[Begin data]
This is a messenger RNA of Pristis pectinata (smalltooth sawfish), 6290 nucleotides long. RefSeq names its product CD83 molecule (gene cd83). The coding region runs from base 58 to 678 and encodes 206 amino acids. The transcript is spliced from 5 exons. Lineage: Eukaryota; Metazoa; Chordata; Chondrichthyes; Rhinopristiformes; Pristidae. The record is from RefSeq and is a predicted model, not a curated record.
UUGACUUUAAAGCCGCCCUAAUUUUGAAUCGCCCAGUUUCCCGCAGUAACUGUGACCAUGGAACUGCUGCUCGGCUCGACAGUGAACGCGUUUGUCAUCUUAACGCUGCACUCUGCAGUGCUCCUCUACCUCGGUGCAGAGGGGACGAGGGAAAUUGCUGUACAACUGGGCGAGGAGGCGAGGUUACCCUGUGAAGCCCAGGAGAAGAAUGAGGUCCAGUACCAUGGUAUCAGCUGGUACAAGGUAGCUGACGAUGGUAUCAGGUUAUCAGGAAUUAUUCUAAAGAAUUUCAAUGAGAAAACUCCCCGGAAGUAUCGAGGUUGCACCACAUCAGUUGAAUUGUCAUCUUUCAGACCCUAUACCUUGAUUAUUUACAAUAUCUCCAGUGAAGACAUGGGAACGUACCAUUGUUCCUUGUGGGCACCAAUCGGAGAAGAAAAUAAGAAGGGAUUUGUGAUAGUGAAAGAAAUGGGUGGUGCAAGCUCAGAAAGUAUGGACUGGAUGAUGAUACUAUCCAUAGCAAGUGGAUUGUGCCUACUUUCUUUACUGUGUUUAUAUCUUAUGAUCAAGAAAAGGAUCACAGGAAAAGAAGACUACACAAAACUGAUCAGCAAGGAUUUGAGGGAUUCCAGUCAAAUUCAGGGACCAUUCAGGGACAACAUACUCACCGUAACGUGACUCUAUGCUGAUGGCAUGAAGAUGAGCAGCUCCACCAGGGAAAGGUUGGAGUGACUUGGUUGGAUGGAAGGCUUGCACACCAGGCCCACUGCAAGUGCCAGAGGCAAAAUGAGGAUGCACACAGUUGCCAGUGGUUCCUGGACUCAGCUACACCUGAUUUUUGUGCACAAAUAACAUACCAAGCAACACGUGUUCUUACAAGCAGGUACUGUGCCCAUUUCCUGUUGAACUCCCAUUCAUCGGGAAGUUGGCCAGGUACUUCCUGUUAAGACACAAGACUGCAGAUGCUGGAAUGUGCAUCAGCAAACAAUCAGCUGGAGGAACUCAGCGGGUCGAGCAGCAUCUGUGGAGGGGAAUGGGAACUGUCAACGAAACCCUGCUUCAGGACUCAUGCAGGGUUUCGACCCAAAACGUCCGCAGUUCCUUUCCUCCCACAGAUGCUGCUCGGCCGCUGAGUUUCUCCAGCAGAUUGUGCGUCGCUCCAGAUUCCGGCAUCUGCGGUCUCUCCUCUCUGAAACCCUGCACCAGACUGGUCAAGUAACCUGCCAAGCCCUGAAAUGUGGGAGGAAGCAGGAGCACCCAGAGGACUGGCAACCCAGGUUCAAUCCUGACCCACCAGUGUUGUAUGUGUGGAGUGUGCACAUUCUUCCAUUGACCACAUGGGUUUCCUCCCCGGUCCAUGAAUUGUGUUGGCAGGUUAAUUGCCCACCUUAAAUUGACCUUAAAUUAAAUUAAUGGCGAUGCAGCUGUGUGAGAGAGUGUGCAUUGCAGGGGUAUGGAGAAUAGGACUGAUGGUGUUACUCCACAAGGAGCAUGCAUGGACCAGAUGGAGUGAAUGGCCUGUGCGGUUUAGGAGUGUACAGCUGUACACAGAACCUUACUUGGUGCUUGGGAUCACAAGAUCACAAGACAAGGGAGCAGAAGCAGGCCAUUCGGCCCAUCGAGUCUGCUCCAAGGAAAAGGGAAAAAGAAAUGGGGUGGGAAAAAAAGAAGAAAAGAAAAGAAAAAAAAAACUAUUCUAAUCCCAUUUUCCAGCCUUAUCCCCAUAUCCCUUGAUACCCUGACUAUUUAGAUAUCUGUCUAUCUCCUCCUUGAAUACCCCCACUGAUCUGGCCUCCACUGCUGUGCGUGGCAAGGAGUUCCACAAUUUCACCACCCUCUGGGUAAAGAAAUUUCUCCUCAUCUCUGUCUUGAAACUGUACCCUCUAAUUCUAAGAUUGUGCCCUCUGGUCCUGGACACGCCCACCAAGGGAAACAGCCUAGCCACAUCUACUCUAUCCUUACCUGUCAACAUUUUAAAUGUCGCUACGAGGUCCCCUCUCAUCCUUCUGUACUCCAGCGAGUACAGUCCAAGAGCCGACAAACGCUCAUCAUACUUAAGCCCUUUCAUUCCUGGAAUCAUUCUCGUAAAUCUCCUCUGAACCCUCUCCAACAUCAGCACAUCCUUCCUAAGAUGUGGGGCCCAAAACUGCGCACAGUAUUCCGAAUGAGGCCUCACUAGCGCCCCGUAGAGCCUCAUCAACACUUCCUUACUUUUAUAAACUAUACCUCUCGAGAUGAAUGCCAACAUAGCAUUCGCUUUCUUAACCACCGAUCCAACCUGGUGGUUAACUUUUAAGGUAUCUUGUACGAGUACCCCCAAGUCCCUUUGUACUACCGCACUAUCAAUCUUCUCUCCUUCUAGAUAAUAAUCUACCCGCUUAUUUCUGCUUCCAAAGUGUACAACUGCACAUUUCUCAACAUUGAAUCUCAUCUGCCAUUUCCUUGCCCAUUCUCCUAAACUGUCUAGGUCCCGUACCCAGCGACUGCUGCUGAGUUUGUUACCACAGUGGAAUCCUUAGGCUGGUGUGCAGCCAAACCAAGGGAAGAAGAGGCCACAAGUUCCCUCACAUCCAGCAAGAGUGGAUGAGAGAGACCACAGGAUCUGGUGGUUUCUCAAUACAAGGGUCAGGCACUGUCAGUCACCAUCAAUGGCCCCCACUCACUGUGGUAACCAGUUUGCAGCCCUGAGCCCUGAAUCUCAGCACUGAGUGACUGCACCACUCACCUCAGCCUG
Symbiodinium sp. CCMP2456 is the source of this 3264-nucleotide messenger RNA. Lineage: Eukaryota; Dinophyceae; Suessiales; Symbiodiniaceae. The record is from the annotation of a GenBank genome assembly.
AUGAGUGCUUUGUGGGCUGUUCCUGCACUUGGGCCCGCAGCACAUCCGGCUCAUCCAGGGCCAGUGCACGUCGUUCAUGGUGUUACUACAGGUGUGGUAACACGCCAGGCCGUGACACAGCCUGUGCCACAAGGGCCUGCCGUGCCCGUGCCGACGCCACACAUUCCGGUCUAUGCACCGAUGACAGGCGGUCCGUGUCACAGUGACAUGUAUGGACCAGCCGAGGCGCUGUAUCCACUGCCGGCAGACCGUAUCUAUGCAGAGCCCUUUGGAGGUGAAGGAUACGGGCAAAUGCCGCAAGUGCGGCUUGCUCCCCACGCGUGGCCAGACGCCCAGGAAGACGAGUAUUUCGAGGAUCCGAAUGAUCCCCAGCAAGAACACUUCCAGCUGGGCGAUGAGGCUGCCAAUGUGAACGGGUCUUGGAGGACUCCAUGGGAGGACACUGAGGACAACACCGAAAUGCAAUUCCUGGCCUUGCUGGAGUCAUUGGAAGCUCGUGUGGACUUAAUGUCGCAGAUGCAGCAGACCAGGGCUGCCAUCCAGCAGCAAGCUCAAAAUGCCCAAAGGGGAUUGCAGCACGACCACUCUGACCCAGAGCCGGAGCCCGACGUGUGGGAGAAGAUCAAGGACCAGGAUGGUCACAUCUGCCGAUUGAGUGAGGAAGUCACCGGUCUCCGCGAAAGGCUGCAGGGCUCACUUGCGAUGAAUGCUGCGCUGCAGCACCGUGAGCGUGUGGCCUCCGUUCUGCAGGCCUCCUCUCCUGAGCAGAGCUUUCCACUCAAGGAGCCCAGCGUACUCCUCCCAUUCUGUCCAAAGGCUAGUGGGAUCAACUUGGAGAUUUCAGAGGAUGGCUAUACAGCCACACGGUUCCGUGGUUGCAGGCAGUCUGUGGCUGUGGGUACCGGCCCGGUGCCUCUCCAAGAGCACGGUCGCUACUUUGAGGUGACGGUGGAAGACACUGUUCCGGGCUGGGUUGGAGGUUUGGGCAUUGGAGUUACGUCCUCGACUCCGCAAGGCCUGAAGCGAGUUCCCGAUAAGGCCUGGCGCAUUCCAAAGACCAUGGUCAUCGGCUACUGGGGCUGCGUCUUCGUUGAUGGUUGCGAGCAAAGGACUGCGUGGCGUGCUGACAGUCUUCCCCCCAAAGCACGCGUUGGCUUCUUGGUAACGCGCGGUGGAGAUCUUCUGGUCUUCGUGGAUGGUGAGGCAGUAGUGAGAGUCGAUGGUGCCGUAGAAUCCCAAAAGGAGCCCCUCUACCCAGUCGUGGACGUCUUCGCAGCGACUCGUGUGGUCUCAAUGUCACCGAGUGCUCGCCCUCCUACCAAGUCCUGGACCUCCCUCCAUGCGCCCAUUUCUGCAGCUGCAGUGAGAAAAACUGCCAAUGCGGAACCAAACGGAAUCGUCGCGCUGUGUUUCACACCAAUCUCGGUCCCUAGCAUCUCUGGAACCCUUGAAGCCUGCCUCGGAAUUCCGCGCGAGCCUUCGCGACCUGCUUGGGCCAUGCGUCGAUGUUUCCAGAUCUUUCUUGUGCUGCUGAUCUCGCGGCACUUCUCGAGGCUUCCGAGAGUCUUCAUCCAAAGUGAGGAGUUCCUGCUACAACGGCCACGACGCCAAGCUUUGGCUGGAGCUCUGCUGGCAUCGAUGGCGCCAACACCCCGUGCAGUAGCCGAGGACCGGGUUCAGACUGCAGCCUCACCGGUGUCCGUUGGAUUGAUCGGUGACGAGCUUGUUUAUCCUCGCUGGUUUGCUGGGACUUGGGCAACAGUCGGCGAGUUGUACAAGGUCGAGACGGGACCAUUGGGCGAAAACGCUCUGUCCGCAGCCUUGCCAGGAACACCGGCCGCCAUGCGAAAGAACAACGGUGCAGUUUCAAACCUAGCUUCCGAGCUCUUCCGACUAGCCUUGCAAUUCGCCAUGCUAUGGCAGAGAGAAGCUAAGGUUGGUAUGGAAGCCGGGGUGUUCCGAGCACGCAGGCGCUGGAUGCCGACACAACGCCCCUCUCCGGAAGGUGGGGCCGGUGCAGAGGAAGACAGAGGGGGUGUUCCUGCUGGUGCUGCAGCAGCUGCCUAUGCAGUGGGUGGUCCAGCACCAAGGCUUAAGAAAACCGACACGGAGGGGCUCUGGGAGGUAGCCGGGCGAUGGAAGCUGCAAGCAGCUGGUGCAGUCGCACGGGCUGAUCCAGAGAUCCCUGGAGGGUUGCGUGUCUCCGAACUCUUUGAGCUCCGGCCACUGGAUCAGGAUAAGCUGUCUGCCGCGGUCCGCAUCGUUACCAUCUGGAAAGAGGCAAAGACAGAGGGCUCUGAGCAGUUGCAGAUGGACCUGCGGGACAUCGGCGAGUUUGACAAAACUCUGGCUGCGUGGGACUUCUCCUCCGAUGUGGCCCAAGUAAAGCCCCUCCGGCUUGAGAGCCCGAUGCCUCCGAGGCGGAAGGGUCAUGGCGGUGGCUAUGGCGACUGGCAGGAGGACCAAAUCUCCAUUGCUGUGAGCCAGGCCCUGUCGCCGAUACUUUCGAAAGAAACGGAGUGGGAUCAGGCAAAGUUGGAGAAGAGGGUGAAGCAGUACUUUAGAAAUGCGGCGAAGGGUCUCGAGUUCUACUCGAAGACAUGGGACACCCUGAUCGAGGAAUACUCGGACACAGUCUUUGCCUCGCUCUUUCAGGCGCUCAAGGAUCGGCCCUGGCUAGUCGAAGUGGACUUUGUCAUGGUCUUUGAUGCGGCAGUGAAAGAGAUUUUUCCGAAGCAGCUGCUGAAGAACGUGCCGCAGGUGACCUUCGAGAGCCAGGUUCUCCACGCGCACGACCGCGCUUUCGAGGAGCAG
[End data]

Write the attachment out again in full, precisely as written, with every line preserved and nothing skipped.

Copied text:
This is a messenger RNA of Pristis pectinata (smalltooth sawfish), 6290 nucleotides long. RefSeq names its product CD83 molecule (gene cd83). The coding region runs from base 58 to 678 and encodes 206 amino acids. The transcript is spliced from 5 exons. Lineage: Eukaryota; Metazoa; Chordata; Chondrichthyes; Rhinopristiformes; Pristidae. The record is from RefSeq and is a predicted model, not a curated record.
UUGACUUUAAAGCCGCCCUAAUUUUGAAUCGCCCAGUUUCCCGCAGUAACUGUGACCAUGGAACUGCUGCUCGGCUCGACAGUGAACGCGUUUGUCAUCUUAACGCUGCACUCUGCAGUGCUCCUCUACCUCGGUGCAGAGGGGACGAGGGAAAUUGCUGUACAACUGGGCGAGGAGGCGAGGUUACCCUGUGAAGCCCAGGAGAAGAAUGAGGUCCAGUACCAUGGUAUCAGCUGGUACAAGGUAGCUGACGAUGGUAUCAGGUUAUCAGGAAUUAUUCUAAAGAAUUUCAAUGAGAAAACUCCCCGGAAGUAUCGAGGUUGCACCACAUCAGUUGAAUUGUCAUCUUUCAGACCCUAUACCUUGAUUAUUUACAAUAUCUCCAGUGAAGACAUGGGAACGUACCAUUGUUCCUUGUGGGCACCAAUCGGAGAAGAAAAUAAGAAGGGAUUUGUGAUAGUGAAAGAAAUGGGUGGUGCAAGCUCAGAAAGUAUGGACUGGAUGAUGAUACUAUCCAUAGCAAGUGGAUUGUGCCUACUUUCUUUACUGUGUUUAUAUCUUAUGAUCAAGAAAAGGAUCACAGGAAAAGAAGACUACACAAAACUGAUCAGCAAGGAUUUGAGGGAUUCCAGUCAAAUUCAGGGACCAUUCAGGGACAACAUACUCACCGUAACGUGACUCUAUGCUGAUGGCAUGAAGAUGAGCAGCUCCACCAGGGAAAGGUUGGAGUGACUUGGUUGGAUGGAAGGCUUGCACACCAGGCCCACUGCAAGUGCCAGAGGCAAAAUGAGGAUGCACACAGUUGCCAGUGGUUCCUGGACUCAGCUACACCUGAUUUUUGUGCACAAAUAACAUACCAAGCAACACGUGUUCUUACAAGCAGGUACUGUGCCCAUUUCCUGUUGAACUCCCAUUCAUCGGGAAGUUGGCCAGGUACUUCCUGUUAAGACACAAGACUGCAGAUGCUGGAAUGUGCAUCAGCAAACAAUCAGCUGGAGGAACUCAGCGGGUCGAGCAGCAUCUGUGGAGGGGAAUGGGAACUGUCAACGAAACCCUGCUUCAGGACUCAUGCAGGGUUUCGACCCAAAACGUCCGCAGUUCCUUUCCUCCCACAGAUGCUGCUCGGCCGCUGAGUUUCUCCAGCAGAUUGUGCGUCGCUCCAGAUUCCGGCAUCUGCGGUCUCUCCUCUCUGAAACCCUGCACCAGACUGGUCAAGUAACCUGCCAAGCCCUGAAAUGUGGGAGGAAGCAGGAGCACCCAGAGGACUGGCAACCCAGGUUCAAUCCUGACCCACCAGUGUUGUAUGUGUGGAGUGUGCACAUUCUUCCAUUGACCACAUGGGUUUCCUCCCCGGUCCAUGAAUUGUGUUGGCAGGUUAAUUGCCCACCUUAAAUUGACCUUAAAUUAAAUUAAUGGCGAUGCAGCUGUGUGAGAGAGUGUGCAUUGCAGGGGUAUGGAGAAUAGGACUGAUGGUGUUACUCCACAAGGAGCAUGCAUGGACCAGAUGGAGUGAAUGGCCUGUGCGGUUUAGGAGUGUACAGCUGUACACAGAACCUUACUUGGUGCUUGGGAUCACAAGAUCACAAGACAAGGGAGCAGAAGCAGGCCAUUCGGCCCAUCGAGUCUGCUCCAAGGAAAAGGGAAAAAGAAAUGGGGUGGGAAAAAAAGAAGAAAAGAAAAGAAAAAAAAAACUAUUCUAAUCCCAUUUUCCAGCCUUAUCCCCAUAUCCCUUGAUACCCUGACUAUUUAGAUAUCUGUCUAUCUCCUCCUUGAAUACCCCCACUGAUCUGGCCUCCACUGCUGUGCGUGGCAAGGAGUUCCACAAUUUCACCACCCUCUGGGUAAAGAAAUUUCUCCUCAUCUCUGUCUUGAAACUGUACCCUCUAAUUCUAAGAUUGUGCCCUCUGGUCCUGGACACGCCCACCAAGGGAAACAGCCUAGCCACAUCUACUCUAUCCUUACCUGUCAACAUUUUAAAUGUCGCUACGAGGUCCCCUCUCAUCCUUCUGUACUCCAGCGAGUACAGUCCAAGAGCCGACAAACGCUCAUCAUACUUAAGCCCUUUCAUUCCUGGAAUCAUUCUCGUAAAUCUCCUCUGAACCCUCUCCAACAUCAGCACAUCCUUCCUAAGAUGUGGGGCCCAAAACUGCGCACAGUAUUCCGAAUGAGGCCUCACUAGCGCCCCGUAGAGCCUCAUCAACACUUCCUUACUUUUAUAAACUAUACCUCUCGAGAUGAAUGCCAACAUAGCAUUCGCUUUCUUAACCACCGAUCCAACCUGGUGGUUAACUUUUAAGGUAUCUUGUACGAGUACCCCCAAGUCCCUUUGUACUACCGCACUAUCAAUCUUCUCUCCUUCUAGAUAAUAAUCUACCCGCUUAUUUCUGCUUCCAAAGUGUACAACUGCACAUUUCUCAACAUUGAAUCUCAUCUGCCAUUUCCUUGCCCAUUCUCCUAAACUGUCUAGGUCCCGUACCCAGCGACUGCUGCUGAGUUUGUUACCACAGUGGAAUCCUUAGGCUGGUGUGCAGCCAAACCAAGGGAAGAAGAGGCCACAAGUUCCCUCACAUCCAGCAAGAGUGGAUGAGAGAGACCACAGGAUCUGGUGGUUUCUCAAUACAAGGGUCAGGCACUGUCAGUCACCAUCAAUGGCCCCCACUCACUGUGGUAACCAGUUUGCAGCCCUGAGCCCUGAAUCUCAGCACUGAGUGACUGCACCACUCACCUCAGCCUG
Symbiodinium sp. CCMP2456 is the source of this 3264-nucleotide messenger RNA. Lineage: Eukaryota; Dinophyceae; Suessiales; Symbiodiniaceae. The record is from the annotation of a GenBank genome assembly.
AUGAGUGCUUUGUGGGCUGUUCCUGCACUUGGGCCCGCAGCACAUCCGGCUCAUCCAGGGCCAGUGCACGUCGUUCAUGGUGUUACUACAGGUGUGGUAACACGCCAGGCCGUGACACAGCCUGUGCCACAAGGGCCUGCCGUGCCCGUGCCGACGCCACACAUUCCGGUCUAUGCACCGAUGACAGGCGGUCCGUGUCACAGUGACAUGUAUGGACCAGCCGAGGCGCUGUAUCCACUGCCGGCAGACCGUAUCUAUGCAGAGCCCUUUGGAGGUGAAGGAUACGGGCAAAUGCCGCAAGUGCGGCUUGCUCCCCACGCGUGGCCAGACGCCCAGGAAGACGAGUAUUUCGAGGAUCCGAAUGAUCCCCAGCAAGAACACUUCCAGCUGGGCGAUGAGGCUGCCAAUGUGAACGGGUCUUGGAGGACUCCAUGGGAGGACACUGAGGACAACACCGAAAUGCAAUUCCUGGCCUUGCUGGAGUCAUUGGAAGCUCGUGUGGACUUAAUGUCGCAGAUGCAGCAGACCAGGGCUGCCAUCCAGCAGCAAGCUCAAAAUGCCCAAAGGGGAUUGCAGCACGACCACUCUGACCCAGAGCCGGAGCCCGACGUGUGGGAGAAGAUCAAGGACCAGGAUGGUCACAUCUGCCGAUUGAGUGAGGAAGUCACCGGUCUCCGCGAAAGGCUGCAGGGCUCACUUGCGAUGAAUGCUGCGCUGCAGCACCGUGAGCGUGUGGCCUCCGUUCUGCAGGCCUCCUCUCCUGAGCAGAGCUUUCCACUCAAGGAGCCCAGCGUACUCCUCCCAUUCUGUCCAAAGGCUAGUGGGAUCAACUUGGAGAUUUCAGAGGAUGGCUAUACAGCCACACGGUUCCGUGGUUGCAGGCAGUCUGUGGCUGUGGGUACCGGCCCGGUGCCUCUCCAAGAGCACGGUCGCUACUUUGAGGUGACGGUGGAAGACACUGUUCCGGGCUGGGUUGGAGGUUUGGGCAUUGGAGUUACGUCCUCGACUCCGCAAGGCCUGAAGCGAGUUCCCGAUAAGGCCUGGCGCAUUCCAAAGACCAUGGUCAUCGGCUACUGGGGCUGCGUCUUCGUUGAUGGUUGCGAGCAAAGGACUGCGUGGCGUGCUGACAGUCUUCCCCCCAAAGCACGCGUUGGCUUCUUGGUAACGCGCGGUGGAGAUCUUCUGGUCUUCGUGGAUGGUGAGGCAGUAGUGAGAGUCGAUGGUGCCGUAGAAUCCCAAAAGGAGCCCCUCUACCCAGUCGUGGACGUCUUCGCAGCGACUCGUGUGGUCUCAAUGUCACCGAGUGCUCGCCCUCCUACCAAGUCCUGGACCUCCCUCCAUGCGCCCAUUUCUGCAGCUGCAGUGAGAAAAACUGCCAAUGCGGAACCAAACGGAAUCGUCGCGCUGUGUUUCACACCAAUCUCGGUCCCUAGCAUCUCUGGAACCCUUGAAGCCUGCCUCGGAAUUCCGCGCGAGCCUUCGCGACCUGCUUGGGCCAUGCGUCGAUGUUUCCAGAUCUUUCUUGUGCUGCUGAUCUCGCGGCACUUCUCGAGGCUUCCGAGAGUCUUCAUCCAAAGUGAGGAGUUCCUGCUACAACGGCCACGACGCCAAGCUUUGGCUGGAGCUCUGCUGGCAUCGAUGGCGCCAACACCCCGUGCAGUAGCCGAGGACCGGGUUCAGACUGCAGCCUCACCGGUGUCCGUUGGAUUGAUCGGUGACGAGCUUGUUUAUCCUCGCUGGUUUGCUGGGACUUGGGCAACAGUCGGCGAGUUGUACAAGGUCGAGACGGGACCAUUGGGCGAAAACGCUCUGUCCGCAGCCUUGCCAGGAACACCGGCCGCCAUGCGAAAGAACAACGGUGCAGUUUCAAACCUAGCUUCCGAGCUCUUCCGACUAGCCUUGCAAUUCGCCAUGCUAUGGCAGAGAGAAGCUAAGGUUGGUAUGGAAGCCGGGGUGUUCCGAGCACGCAGGCGCUGGAUGCCGACACAACGCCCCUCUCCGGAAGGUGGGGCCGGUGCAGAGGAAGACAGAGGGGGUGUUCCUGCUGGUGCUGCAGCAGCUGCCUAUGCAGUGGGUGGUCCAGCACCAAGGCUUAAGAAAACCGACACGGAGGGGCUCUGGGAGGUAGCCGGGCGAUGGAAGCUGCAAGCAGCUGGUGCAGUCGCACGGGCUGAUCCAGAGAUCCCUGGAGGGUUGCGUGUCUCCGAACUCUUUGAGCUCCGGCCACUGGAUCAGGAUAAGCUGUCUGCCGCGGUCCGCAUCGUUACCAUCUGGAAAGAGGCAAAGACAGAGGGCUCUGAGCAGUUGCAGAUGGACCUGCGGGACAUCGGCGAGUUUGACAAAACUCUGGCUGCGUGGGACUUCUCCUCCGAUGUGGCCCAAGUAAAGCCCCUCCGGCUUGAGAGCCCGAUGCCUCCGAGGCGGAAGGGUCAUGGCGGUGGCUAUGGCGACUGGCAGGAGGACCAAAUCUCCAUUGCUGUGAGCCAGGCCCUGUCGCCGAUACUUUCGAAAGAAACGGAGUGGGAUCAGGCAAAGUUGGAGAAGAGGGUGAAGCAGUACUUUAGAAAUGCGGCGAAGGGUCUCGAGUUCUACUCGAAGACAUGGGACACCCUGAUCGAGGAAUACUCGGACACAGUCUUUGCCUCGCUCUUUCAGGCGCUCAAGGAUCGGCCCUGGCUAGUCGAAGUGGACUUUGUCAUGGUCUUUGAUGCGGCAGUGAAAGAGAUUUUUCCGAAGCAGCUGCUGAAGAACGUGCCGCAGGUGACCUUCGAGAGCCAGGUUCUCCACGCGCACGACCGCGCUUUCGAGGAGCAG